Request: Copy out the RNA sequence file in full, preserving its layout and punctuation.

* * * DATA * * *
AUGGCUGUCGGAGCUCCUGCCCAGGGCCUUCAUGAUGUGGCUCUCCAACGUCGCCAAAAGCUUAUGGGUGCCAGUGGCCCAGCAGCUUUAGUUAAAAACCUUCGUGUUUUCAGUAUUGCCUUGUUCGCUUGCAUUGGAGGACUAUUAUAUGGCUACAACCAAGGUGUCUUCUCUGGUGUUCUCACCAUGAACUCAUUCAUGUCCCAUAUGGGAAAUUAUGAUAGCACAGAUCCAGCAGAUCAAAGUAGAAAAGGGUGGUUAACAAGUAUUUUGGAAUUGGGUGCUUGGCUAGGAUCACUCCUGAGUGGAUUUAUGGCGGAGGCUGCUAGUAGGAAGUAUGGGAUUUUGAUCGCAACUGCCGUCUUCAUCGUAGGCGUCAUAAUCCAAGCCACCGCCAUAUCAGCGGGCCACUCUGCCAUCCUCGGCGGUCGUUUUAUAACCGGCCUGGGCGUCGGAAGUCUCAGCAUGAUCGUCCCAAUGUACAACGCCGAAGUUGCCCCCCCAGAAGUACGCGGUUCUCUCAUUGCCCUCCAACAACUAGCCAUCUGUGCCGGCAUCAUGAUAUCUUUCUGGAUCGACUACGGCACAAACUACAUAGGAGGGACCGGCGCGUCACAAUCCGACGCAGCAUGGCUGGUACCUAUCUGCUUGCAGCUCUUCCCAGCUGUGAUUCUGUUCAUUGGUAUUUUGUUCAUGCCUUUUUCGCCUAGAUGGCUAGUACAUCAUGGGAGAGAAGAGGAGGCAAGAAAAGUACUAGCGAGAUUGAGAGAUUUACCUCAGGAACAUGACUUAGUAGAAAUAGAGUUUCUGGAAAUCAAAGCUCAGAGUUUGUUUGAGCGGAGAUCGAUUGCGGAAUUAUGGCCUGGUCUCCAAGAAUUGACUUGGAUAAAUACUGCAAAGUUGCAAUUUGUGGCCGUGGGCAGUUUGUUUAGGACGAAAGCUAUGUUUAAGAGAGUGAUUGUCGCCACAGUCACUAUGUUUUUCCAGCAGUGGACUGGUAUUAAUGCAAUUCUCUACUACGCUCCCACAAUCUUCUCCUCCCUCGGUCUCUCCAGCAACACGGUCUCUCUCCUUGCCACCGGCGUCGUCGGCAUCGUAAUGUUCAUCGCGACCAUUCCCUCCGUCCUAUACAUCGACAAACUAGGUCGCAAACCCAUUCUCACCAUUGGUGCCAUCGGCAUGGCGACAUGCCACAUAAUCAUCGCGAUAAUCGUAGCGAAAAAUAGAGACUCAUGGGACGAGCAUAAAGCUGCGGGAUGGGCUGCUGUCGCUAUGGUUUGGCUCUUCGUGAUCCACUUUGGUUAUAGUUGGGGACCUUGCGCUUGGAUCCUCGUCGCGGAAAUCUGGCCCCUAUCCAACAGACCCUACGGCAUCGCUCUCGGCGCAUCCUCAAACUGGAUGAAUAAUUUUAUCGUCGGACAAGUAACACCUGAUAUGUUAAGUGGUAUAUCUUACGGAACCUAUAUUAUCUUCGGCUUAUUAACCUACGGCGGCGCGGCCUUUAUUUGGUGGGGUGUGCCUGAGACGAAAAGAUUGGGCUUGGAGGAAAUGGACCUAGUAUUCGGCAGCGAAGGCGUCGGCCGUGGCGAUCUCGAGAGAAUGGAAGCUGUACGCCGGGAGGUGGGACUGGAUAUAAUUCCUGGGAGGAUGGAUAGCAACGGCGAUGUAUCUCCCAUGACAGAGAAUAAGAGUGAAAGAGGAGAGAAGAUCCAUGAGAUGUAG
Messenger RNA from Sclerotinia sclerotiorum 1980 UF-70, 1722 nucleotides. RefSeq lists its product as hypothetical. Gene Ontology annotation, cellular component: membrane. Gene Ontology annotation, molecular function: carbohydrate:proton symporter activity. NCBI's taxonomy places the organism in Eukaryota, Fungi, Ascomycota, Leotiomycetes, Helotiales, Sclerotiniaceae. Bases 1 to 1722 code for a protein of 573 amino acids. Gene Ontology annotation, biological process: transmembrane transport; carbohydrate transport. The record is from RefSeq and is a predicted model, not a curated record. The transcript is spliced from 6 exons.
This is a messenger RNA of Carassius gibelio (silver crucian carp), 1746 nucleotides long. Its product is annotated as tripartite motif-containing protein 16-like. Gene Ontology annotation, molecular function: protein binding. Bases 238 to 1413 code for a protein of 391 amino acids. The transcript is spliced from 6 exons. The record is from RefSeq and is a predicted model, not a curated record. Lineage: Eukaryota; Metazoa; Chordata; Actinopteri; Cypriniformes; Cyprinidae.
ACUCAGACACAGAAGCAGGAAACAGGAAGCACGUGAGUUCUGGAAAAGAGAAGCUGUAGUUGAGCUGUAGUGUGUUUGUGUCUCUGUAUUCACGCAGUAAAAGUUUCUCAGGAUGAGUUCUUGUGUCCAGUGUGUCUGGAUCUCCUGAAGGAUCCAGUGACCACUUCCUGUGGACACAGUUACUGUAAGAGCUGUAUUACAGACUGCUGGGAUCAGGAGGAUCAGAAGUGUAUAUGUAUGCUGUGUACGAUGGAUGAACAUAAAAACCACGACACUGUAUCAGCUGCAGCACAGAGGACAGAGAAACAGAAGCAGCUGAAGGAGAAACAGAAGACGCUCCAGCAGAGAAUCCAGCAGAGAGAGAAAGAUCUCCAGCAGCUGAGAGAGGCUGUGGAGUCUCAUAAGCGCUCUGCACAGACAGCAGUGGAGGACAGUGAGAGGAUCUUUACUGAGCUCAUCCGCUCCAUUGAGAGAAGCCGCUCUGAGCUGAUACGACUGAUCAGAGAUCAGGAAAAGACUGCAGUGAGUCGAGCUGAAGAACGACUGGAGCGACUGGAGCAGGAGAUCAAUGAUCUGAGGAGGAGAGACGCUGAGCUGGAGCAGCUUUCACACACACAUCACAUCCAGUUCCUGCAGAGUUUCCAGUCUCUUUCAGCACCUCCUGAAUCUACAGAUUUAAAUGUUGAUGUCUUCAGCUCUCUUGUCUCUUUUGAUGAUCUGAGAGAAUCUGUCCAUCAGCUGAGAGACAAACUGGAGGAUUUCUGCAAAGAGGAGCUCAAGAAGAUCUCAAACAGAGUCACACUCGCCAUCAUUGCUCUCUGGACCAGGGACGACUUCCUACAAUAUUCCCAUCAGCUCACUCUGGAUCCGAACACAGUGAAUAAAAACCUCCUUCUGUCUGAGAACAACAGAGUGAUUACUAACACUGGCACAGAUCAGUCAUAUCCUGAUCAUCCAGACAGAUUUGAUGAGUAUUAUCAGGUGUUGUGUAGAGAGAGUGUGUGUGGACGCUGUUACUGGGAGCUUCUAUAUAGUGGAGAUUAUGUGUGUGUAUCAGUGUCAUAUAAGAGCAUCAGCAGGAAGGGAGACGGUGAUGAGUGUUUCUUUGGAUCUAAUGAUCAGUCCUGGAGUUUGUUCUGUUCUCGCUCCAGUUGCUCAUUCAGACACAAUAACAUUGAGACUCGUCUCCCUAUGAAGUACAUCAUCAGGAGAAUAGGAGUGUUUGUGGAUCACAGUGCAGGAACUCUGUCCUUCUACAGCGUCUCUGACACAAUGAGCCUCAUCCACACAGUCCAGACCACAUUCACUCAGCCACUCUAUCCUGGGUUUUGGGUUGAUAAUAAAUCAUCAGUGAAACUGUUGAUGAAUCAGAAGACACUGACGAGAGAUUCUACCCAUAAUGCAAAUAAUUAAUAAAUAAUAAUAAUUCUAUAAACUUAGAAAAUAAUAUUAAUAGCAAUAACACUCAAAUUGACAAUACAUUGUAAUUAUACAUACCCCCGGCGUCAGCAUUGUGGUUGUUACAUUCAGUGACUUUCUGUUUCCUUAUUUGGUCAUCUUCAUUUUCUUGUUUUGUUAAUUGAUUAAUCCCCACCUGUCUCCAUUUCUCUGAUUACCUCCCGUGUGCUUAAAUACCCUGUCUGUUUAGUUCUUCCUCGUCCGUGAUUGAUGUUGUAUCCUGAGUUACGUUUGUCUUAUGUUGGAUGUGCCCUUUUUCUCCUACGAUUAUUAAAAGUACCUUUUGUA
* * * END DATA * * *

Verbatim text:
AUGGCUGUCGGAGCUCCUGCCCAGGGCCUUCAUGAUGUGGCUCUCCAACGUCGCCAAAAGCUUAUGGGUGCCAGUGGCCCAGCAGCUUUAGUUAAAAACCUUCGUGUUUUCAGUAUUGCCUUGUUCGCUUGCAUUGGAGGACUAUUAUAUGGCUACAACCAAGGUGUCUUCUCUGGUGUUCUCACCAUGAACUCAUUCAUGUCCCAUAUGGGAAAUUAUGAUAGCACAGAUCCAGCAGAUCAAAGUAGAAAAGGGUGGUUAACAAGUAUUUUGGAAUUGGGUGCUUGGCUAGGAUCACUCCUGAGUGGAUUUAUGGCGGAGGCUGCUAGUAGGAAGUAUGGGAUUUUGAUCGCAACUGCCGUCUUCAUCGUAGGCGUCAUAAUCCAAGCCACCGCCAUAUCAGCGGGCCACUCUGCCAUCCUCGGCGGUCGUUUUAUAACCGGCCUGGGCGUCGGAAGUCUCAGCAUGAUCGUCCCAAUGUACAACGCCGAAGUUGCCCCCCCAGAAGUACGCGGUUCUCUCAUUGCCCUCCAACAACUAGCCAUCUGUGCCGGCAUCAUGAUAUCUUUCUGGAUCGACUACGGCACAAACUACAUAGGAGGGACCGGCGCGUCACAAUCCGACGCAGCAUGGCUGGUACCUAUCUGCUUGCAGCUCUUCCCAGCUGUGAUUCUGUUCAUUGGUAUUUUGUUCAUGCCUUUUUCGCCUAGAUGGCUAGUACAUCAUGGGAGAGAAGAGGAGGCAAGAAAAGUACUAGCGAGAUUGAGAGAUUUACCUCAGGAACAUGACUUAGUAGAAAUAGAGUUUCUGGAAAUCAAAGCUCAGAGUUUGUUUGAGCGGAGAUCGAUUGCGGAAUUAUGGCCUGGUCUCCAAGAAUUGACUUGGAUAAAUACUGCAAAGUUGCAAUUUGUGGCCGUGGGCAGUUUGUUUAGGACGAAAGCUAUGUUUAAGAGAGUGAUUGUCGCCACAGUCACUAUGUUUUUCCAGCAGUGGACUGGUAUUAAUGCAAUUCUCUACUACGCUCCCACAAUCUUCUCCUCCCUCGGUCUCUCCAGCAACACGGUCUCUCUCCUUGCCACCGGCGUCGUCGGCAUCGUAAUGUUCAUCGCGACCAUUCCCUCCGUCCUAUACAUCGACAAACUAGGUCGCAAACCCAUUCUCACCAUUGGUGCCAUCGGCAUGGCGACAUGCCACAUAAUCAUCGCGAUAAUCGUAGCGAAAAAUAGAGACUCAUGGGACGAGCAUAAAGCUGCGGGAUGGGCUGCUGUCGCUAUGGUUUGGCUCUUCGUGAUCCACUUUGGUUAUAGUUGGGGACCUUGCGCUUGGAUCCUCGUCGCGGAAAUCUGGCCCCUAUCCAACAGACCCUACGGCAUCGCUCUCGGCGCAUCCUCAAACUGGAUGAAUAAUUUUAUCGUCGGACAAGUAACACCUGAUAUGUUAAGUGGUAUAUCUUACGGAACCUAUAUUAUCUUCGGCUUAUUAACCUACGGCGGCGCGGCCUUUAUUUGGUGGGGUGUGCCUGAGACGAAAAGAUUGGGCUUGGAGGAAAUGGACCUAGUAUUCGGCAGCGAAGGCGUCGGCCGUGGCGAUCUCGAGAGAAUGGAAGCUGUACGCCGGGAGGUGGGACUGGAUAUAAUUCCUGGGAGGAUGGAUAGCAACGGCGAUGUAUCUCCCAUGACAGAGAAUAAGAGUGAAAGAGGAGAGAAGAUCCAUGAGAUGUAG
Messenger RNA from Sclerotinia sclerotiorum 1980 UF-70, 1722 nucleotides. RefSeq lists its product as hypothetical. Gene Ontology annotation, cellular component: membrane. Gene Ontology annotation, molecular function: carbohydrate:proton symporter activity. NCBI's taxonomy places the organism in Eukaryota, Fungi, Ascomycota, Leotiomycetes, Helotiales, Sclerotiniaceae. Bases 1 to 1722 code for a protein of 573 amino acids. Gene Ontology annotation, biological process: transmembrane transport; carbohydrate transport. The record is from RefSeq and is a predicted model, not a curated record. The transcript is spliced from 6 exons.
This is a messenger RNA of Carassius gibelio (silver crucian carp), 1746 nucleotides long. Its product is annotated as tripartite motif-containing protein 16-like. Gene Ontology annotation, molecular function: protein binding. Bases 238 to 1413 code for a protein of 391 amino acids. The transcript is spliced from 6 exons. The record is from RefSeq and is a predicted model, not a curated record. Lineage: Eukaryota; Metazoa; Chordata; Actinopteri; Cypriniformes; Cyprinidae.
ACUCAGACACAGAAGCAGGAAACAGGAAGCACGUGAGUUCUGGAAAAGAGAAGCUGUAGUUGAGCUGUAGUGUGUUUGUGUCUCUGUAUUCACGCAGUAAAAGUUUCUCAGGAUGAGUUCUUGUGUCCAGUGUGUCUGGAUCUCCUGAAGGAUCCAGUGACCACUUCCUGUGGACACAGUUACUGUAAGAGCUGUAUUACAGACUGCUGGGAUCAGGAGGAUCAGAAGUGUAUAUGUAUGCUGUGUACGAUGGAUGAACAUAAAAACCACGACACUGUAUCAGCUGCAGCACAGAGGACAGAGAAACAGAAGCAGCUGAAGGAGAAACAGAAGACGCUCCAGCAGAGAAUCCAGCAGAGAGAGAAAGAUCUCCAGCAGCUGAGAGAGGCUGUGGAGUCUCAUAAGCGCUCUGCACAGACAGCAGUGGAGGACAGUGAGAGGAUCUUUACUGAGCUCAUCCGCUCCAUUGAGAGAAGCCGCUCUGAGCUGAUACGACUGAUCAGAGAUCAGGAAAAGACUGCAGUGAGUCGAGCUGAAGAACGACUGGAGCGACUGGAGCAGGAGAUCAAUGAUCUGAGGAGGAGAGACGCUGAGCUGGAGCAGCUUUCACACACACAUCACAUCCAGUUCCUGCAGAGUUUCCAGUCUCUUUCAGCACCUCCUGAAUCUACAGAUUUAAAUGUUGAUGUCUUCAGCUCUCUUGUCUCUUUUGAUGAUCUGAGAGAAUCUGUCCAUCAGCUGAGAGACAAACUGGAGGAUUUCUGCAAAGAGGAGCUCAAGAAGAUCUCAAACAGAGUCACACUCGCCAUCAUUGCUCUCUGGACCAGGGACGACUUCCUACAAUAUUCCCAUCAGCUCACUCUGGAUCCGAACACAGUGAAUAAAAACCUCCUUCUGUCUGAGAACAACAGAGUGAUUACUAACACUGGCACAGAUCAGUCAUAUCCUGAUCAUCCAGACAGAUUUGAUGAGUAUUAUCAGGUGUUGUGUAGAGAGAGUGUGUGUGGACGCUGUUACUGGGAGCUUCUAUAUAGUGGAGAUUAUGUGUGUGUAUCAGUGUCAUAUAAGAGCAUCAGCAGGAAGGGAGACGGUGAUGAGUGUUUCUUUGGAUCUAAUGAUCAGUCCUGGAGUUUGUUCUGUUCUCGCUCCAGUUGCUCAUUCAGACACAAUAACAUUGAGACUCGUCUCCCUAUGAAGUACAUCAUCAGGAGAAUAGGAGUGUUUGUGGAUCACAGUGCAGGAACUCUGUCCUUCUACAGCGUCUCUGACACAAUGAGCCUCAUCCACACAGUCCAGACCACAUUCACUCAGCCACUCUAUCCUGGGUUUUGGGUUGAUAAUAAAUCAUCAGUGAAACUGUUGAUGAAUCAGAAGACACUGACGAGAGAUUCUACCCAUAAUGCAAAUAAUUAAUAAAUAAUAAUAAUUCUAUAAACUUAGAAAAUAAUAUUAAUAGCAAUAACACUCAAAUUGACAAUACAUUGUAAUUAUACAUACCCCCGGCGUCAGCAUUGUGGUUGUUACAUUCAGUGACUUUCUGUUUCCUUAUUUGGUCAUCUUCAUUUUCUUGUUUUGUUAAUUGAUUAAUCCCCACCUGUCUCCAUUUCUCUGAUUACCUCCCGUGUGCUUAAAUACCCUGUCUGUUUAGUUCUUCCUCGUCCGUGAUUGAUGUUGUAUCCUGAGUUACGUUUGUCUUAUGUUGGAUGUGCCCUUUUUCUCCUACGAUUAUUAAAAGUACCUUUUGUA